The Lasting (the term used when referring the ‘pulling the upper over the last’) process is when the shoe begins to take shape. The Last is a shoemaker’s foundation and is often thought to be their most guarded secret. With heritage paving the way, Crockett & Jones has a host of world-renowned lasts and continuous last development in progress. Our Last Guide offers insightful descriptions relating to the origins and features of each last still used in production today.
The first process of Lasting starts with the upper being tacked to the back of the last, this ensures the back height is correct. The front of the upper is then pulled over by the lasting machine, where it is vital for the 'Toe Laster' to ensure that the upper is fitted accurately to the last. A toe lasting machine can only be described as a typical shoe making contraption, with a host of levers, gauges and sensors. Making sure every half pair is correctly lasted is easier said than done when lasting some 20-30 different styles each week.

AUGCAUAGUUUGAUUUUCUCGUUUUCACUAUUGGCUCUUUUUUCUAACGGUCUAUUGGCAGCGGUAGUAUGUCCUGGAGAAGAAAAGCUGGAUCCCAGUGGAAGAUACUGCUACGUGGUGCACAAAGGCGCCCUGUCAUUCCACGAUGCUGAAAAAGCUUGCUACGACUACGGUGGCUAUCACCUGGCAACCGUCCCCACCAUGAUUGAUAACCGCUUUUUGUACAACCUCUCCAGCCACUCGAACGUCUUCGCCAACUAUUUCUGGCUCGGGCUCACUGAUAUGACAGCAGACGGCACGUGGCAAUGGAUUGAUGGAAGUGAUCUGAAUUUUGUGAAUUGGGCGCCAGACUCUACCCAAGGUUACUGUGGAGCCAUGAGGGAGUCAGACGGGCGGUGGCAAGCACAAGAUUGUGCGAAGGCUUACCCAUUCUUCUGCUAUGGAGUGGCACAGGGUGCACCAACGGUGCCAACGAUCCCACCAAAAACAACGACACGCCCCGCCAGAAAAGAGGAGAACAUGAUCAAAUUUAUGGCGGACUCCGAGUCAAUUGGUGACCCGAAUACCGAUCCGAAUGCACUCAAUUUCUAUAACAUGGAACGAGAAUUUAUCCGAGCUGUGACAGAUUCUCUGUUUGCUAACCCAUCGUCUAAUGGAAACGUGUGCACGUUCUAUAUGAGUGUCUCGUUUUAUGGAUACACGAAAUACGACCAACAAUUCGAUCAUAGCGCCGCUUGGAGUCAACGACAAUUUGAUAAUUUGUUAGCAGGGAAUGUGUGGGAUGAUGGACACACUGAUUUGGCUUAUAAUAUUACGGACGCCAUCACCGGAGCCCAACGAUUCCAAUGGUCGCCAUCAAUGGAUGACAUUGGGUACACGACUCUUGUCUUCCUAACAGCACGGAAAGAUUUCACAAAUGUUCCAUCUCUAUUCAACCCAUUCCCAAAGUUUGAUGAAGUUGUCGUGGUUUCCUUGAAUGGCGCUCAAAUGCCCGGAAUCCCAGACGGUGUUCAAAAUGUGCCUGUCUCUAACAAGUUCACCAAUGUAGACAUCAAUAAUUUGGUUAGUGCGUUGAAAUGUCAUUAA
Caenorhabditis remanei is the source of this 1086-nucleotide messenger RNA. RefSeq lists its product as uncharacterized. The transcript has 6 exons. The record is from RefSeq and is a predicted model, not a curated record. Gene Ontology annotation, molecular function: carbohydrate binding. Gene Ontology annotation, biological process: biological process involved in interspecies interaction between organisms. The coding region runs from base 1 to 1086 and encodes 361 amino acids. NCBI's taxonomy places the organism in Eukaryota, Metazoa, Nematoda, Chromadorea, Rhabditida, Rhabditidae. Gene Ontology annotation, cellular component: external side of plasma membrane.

An important process within our making room is Welt Sewing, where the welt (a strip of leather) is stitched to the rub that has been attached to the insoles. This process is performed by a highly skilled operative on the famous Goodyear welting machine. The Goodyear-welted construction method ensures strength and reparability are always integral features of our footwear. Once the welt is attached the bottoms of the shoes are filled with cork and a wooden shank to provide support beneath the insoles.
The shoes are then ready to have their soles stitched to the welt, due to Goodyear-welted method it allows the soles to be removed without affecting the uppers. A process called ‘Bottom Levelling’ then takes place rounding the soles to the shape of the last, an intricate and highly skilled operation. The shoes then make their way into our Finishing Room…